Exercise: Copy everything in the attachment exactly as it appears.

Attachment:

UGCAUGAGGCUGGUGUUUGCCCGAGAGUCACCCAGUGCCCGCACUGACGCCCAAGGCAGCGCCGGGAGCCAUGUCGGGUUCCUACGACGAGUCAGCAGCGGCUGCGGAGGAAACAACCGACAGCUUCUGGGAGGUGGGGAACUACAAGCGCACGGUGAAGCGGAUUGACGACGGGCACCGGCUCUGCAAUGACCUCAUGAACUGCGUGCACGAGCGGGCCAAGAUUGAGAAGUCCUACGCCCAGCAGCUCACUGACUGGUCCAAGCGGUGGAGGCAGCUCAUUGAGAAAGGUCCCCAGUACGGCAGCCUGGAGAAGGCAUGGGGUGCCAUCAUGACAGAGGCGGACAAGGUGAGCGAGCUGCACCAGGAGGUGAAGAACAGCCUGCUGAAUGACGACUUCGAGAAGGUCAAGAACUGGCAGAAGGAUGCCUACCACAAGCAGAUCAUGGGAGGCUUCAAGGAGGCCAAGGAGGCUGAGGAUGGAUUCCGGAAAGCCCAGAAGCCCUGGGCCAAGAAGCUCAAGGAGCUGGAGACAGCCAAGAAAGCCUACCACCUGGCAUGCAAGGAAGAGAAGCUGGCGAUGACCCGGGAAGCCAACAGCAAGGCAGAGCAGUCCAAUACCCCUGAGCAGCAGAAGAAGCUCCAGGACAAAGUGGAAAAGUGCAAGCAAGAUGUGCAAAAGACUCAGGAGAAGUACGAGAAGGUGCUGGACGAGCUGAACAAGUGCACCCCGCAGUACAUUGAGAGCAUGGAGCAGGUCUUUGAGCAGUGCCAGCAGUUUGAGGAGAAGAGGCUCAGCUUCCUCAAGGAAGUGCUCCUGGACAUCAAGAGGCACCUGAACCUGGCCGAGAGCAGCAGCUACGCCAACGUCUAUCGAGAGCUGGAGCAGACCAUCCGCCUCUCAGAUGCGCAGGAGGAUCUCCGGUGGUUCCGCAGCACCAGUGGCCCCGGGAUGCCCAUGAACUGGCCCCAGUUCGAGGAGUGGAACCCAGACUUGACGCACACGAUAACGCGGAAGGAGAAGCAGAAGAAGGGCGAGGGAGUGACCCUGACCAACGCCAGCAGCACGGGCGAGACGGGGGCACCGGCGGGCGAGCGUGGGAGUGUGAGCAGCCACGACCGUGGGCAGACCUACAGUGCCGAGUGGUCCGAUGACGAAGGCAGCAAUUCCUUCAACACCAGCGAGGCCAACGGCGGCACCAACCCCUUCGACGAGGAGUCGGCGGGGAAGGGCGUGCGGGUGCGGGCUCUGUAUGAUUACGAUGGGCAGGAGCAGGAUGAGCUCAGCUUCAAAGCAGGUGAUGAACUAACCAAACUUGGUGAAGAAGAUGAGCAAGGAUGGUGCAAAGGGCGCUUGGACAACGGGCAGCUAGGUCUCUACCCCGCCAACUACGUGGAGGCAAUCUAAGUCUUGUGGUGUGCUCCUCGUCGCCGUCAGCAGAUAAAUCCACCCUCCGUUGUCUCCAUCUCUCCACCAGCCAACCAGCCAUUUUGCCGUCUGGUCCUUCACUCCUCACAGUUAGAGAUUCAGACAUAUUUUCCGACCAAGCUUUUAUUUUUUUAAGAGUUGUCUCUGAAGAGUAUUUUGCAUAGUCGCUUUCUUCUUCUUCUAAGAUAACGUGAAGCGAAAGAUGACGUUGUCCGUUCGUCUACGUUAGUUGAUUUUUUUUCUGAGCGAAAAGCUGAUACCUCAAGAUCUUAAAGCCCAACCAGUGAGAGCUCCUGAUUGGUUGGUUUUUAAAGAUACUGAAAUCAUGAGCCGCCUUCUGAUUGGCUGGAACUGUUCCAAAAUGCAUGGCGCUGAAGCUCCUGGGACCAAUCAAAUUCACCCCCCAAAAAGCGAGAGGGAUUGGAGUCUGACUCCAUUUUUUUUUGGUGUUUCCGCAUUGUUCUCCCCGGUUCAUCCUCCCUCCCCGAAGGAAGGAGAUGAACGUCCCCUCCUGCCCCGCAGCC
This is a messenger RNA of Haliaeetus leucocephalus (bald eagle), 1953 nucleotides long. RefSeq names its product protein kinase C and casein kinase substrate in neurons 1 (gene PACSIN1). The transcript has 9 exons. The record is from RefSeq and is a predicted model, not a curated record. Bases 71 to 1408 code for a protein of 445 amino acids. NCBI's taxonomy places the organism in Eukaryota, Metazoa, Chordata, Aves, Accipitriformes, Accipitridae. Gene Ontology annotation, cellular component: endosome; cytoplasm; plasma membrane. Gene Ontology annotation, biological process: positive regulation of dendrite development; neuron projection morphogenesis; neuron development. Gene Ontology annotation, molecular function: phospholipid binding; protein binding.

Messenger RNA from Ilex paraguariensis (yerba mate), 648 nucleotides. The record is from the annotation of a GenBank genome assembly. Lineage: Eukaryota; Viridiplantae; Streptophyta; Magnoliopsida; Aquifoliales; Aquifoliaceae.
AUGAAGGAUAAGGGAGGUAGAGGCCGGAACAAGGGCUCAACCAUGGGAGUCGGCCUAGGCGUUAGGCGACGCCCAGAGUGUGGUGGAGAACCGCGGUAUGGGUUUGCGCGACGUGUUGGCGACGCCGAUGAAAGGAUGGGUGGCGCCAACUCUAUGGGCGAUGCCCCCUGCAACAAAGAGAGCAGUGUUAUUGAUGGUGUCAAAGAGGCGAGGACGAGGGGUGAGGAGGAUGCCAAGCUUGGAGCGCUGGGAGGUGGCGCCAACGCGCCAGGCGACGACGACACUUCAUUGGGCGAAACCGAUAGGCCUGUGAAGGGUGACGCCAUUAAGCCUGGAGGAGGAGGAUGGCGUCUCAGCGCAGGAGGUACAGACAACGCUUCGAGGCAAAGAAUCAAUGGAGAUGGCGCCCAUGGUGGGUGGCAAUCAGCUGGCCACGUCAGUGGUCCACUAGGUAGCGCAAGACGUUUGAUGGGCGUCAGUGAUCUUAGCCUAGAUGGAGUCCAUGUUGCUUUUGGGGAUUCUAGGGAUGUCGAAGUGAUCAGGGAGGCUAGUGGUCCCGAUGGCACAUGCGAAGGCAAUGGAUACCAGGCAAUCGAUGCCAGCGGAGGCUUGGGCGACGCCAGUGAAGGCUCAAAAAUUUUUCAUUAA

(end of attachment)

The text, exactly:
UGCAUGAGGCUGGUGUUUGCCCGAGAGUCACCCAGUGCCCGCACUGACGCCCAAGGCAGCGCCGGGAGCCAUGUCGGGUUCCUACGACGAGUCAGCAGCGGCUGCGGAGGAAACAACCGACAGCUUCUGGGAGGUGGGGAACUACAAGCGCACGGUGAAGCGGAUUGACGACGGGCACCGGCUCUGCAAUGACCUCAUGAACUGCGUGCACGAGCGGGCCAAGAUUGAGAAGUCCUACGCCCAGCAGCUCACUGACUGGUCCAAGCGGUGGAGGCAGCUCAUUGAGAAAGGUCCCCAGUACGGCAGCCUGGAGAAGGCAUGGGGUGCCAUCAUGACAGAGGCGGACAAGGUGAGCGAGCUGCACCAGGAGGUGAAGAACAGCCUGCUGAAUGACGACUUCGAGAAGGUCAAGAACUGGCAGAAGGAUGCCUACCACAAGCAGAUCAUGGGAGGCUUCAAGGAGGCCAAGGAGGCUGAGGAUGGAUUCCGGAAAGCCCAGAAGCCCUGGGCCAAGAAGCUCAAGGAGCUGGAGACAGCCAAGAAAGCCUACCACCUGGCAUGCAAGGAAGAGAAGCUGGCGAUGACCCGGGAAGCCAACAGCAAGGCAGAGCAGUCCAAUACCCCUGAGCAGCAGAAGAAGCUCCAGGACAAAGUGGAAAAGUGCAAGCAAGAUGUGCAAAAGACUCAGGAGAAGUACGAGAAGGUGCUGGACGAGCUGAACAAGUGCACCCCGCAGUACAUUGAGAGCAUGGAGCAGGUCUUUGAGCAGUGCCAGCAGUUUGAGGAGAAGAGGCUCAGCUUCCUCAAGGAAGUGCUCCUGGACAUCAAGAGGCACCUGAACCUGGCCGAGAGCAGCAGCUACGCCAACGUCUAUCGAGAGCUGGAGCAGACCAUCCGCCUCUCAGAUGCGCAGGAGGAUCUCCGGUGGUUCCGCAGCACCAGUGGCCCCGGGAUGCCCAUGAACUGGCCCCAGUUCGAGGAGUGGAACCCAGACUUGACGCACACGAUAACGCGGAAGGAGAAGCAGAAGAAGGGCGAGGGAGUGACCCUGACCAACGCCAGCAGCACGGGCGAGACGGGGGCACCGGCGGGCGAGCGUGGGAGUGUGAGCAGCCACGACCGUGGGCAGACCUACAGUGCCGAGUGGUCCGAUGACGAAGGCAGCAAUUCCUUCAACACCAGCGAGGCCAACGGCGGCACCAACCCCUUCGACGAGGAGUCGGCGGGGAAGGGCGUGCGGGUGCGGGCUCUGUAUGAUUACGAUGGGCAGGAGCAGGAUGAGCUCAGCUUCAAAGCAGGUGAUGAACUAACCAAACUUGGUGAAGAAGAUGAGCAAGGAUGGUGCAAAGGGCGCUUGGACAACGGGCAGCUAGGUCUCUACCCCGCCAACUACGUGGAGGCAAUCUAAGUCUUGUGGUGUGCUCCUCGUCGCCGUCAGCAGAUAAAUCCACCCUCCGUUGUCUCCAUCUCUCCACCAGCCAACCAGCCAUUUUGCCGUCUGGUCCUUCACUCCUCACAGUUAGAGAUUCAGACAUAUUUUCCGACCAAGCUUUUAUUUUUUUAAGAGUUGUCUCUGAAGAGUAUUUUGCAUAGUCGCUUUCUUCUUCUUCUAAGAUAACGUGAAGCGAAAGAUGACGUUGUCCGUUCGUCUACGUUAGUUGAUUUUUUUUCUGAGCGAAAAGCUGAUACCUCAAGAUCUUAAAGCCCAACCAGUGAGAGCUCCUGAUUGGUUGGUUUUUAAAGAUACUGAAAUCAUGAGCCGCCUUCUGAUUGGCUGGAACUGUUCCAAAAUGCAUGGCGCUGAAGCUCCUGGGACCAAUCAAAUUCACCCCCCAAAAAGCGAGAGGGAUUGGAGUCUGACUCCAUUUUUUUUUGGUGUUUCCGCAUUGUUCUCCCCGGUUCAUCCUCCCUCCCCGAAGGAAGGAGAUGAACGUCCCCUCCUGCCCCGCAGCC
This is a messenger RNA of Haliaeetus leucocephalus (bald eagle), 1953 nucleotides long. RefSeq names its product protein kinase C and casein kinase substrate in neurons 1 (gene PACSIN1). The transcript has 9 exons. The record is from RefSeq and is a predicted model, not a curated record. Bases 71 to 1408 code for a protein of 445 amino acids. NCBI's taxonomy places the organism in Eukaryota, Metazoa, Chordata, Aves, Accipitriformes, Accipitridae. Gene Ontology annotation, cellular component: endosome; cytoplasm; plasma membrane. Gene Ontology annotation, biological process: positive regulation of dendrite development; neuron projection morphogenesis; neuron development. Gene Ontology annotation, molecular function: phospholipid binding; protein binding.

Messenger RNA from Ilex paraguariensis (yerba mate), 648 nucleotides. The record is from the annotation of a GenBank genome assembly. Lineage: Eukaryota; Viridiplantae; Streptophyta; Magnoliopsida; Aquifoliales; Aquifoliaceae.
AUGAAGGAUAAGGGAGGUAGAGGCCGGAACAAGGGCUCAACCAUGGGAGUCGGCCUAGGCGUUAGGCGACGCCCAGAGUGUGGUGGAGAACCGCGGUAUGGGUUUGCGCGACGUGUUGGCGACGCCGAUGAAAGGAUGGGUGGCGCCAACUCUAUGGGCGAUGCCCCCUGCAACAAAGAGAGCAGUGUUAUUGAUGGUGUCAAAGAGGCGAGGACGAGGGGUGAGGAGGAUGCCAAGCUUGGAGCGCUGGGAGGUGGCGCCAACGCGCCAGGCGACGACGACACUUCAUUGGGCGAAACCGAUAGGCCUGUGAAGGGUGACGCCAUUAAGCCUGGAGGAGGAGGAUGGCGUCUCAGCGCAGGAGGUACAGACAACGCUUCGAGGCAAAGAAUCAAUGGAGAUGGCGCCCAUGGUGGGUGGCAAUCAGCUGGCCACGUCAGUGGUCCACUAGGUAGCGCAAGACGUUUGAUGGGCGUCAGUGAUCUUAGCCUAGAUGGAGUCCAUGUUGCUUUUGGGGAUUCUAGGGAUGUCGAAGUGAUCAGGGAGGCUAGUGGUCCCGAUGGCACAUGCGAAGGCAAUGGAUACCAGGCAAUCGAUGCCAGCGGAGGCUUGGGCGACGCCAGUGAAGGCUCAAAAAUUUUUCAUUAA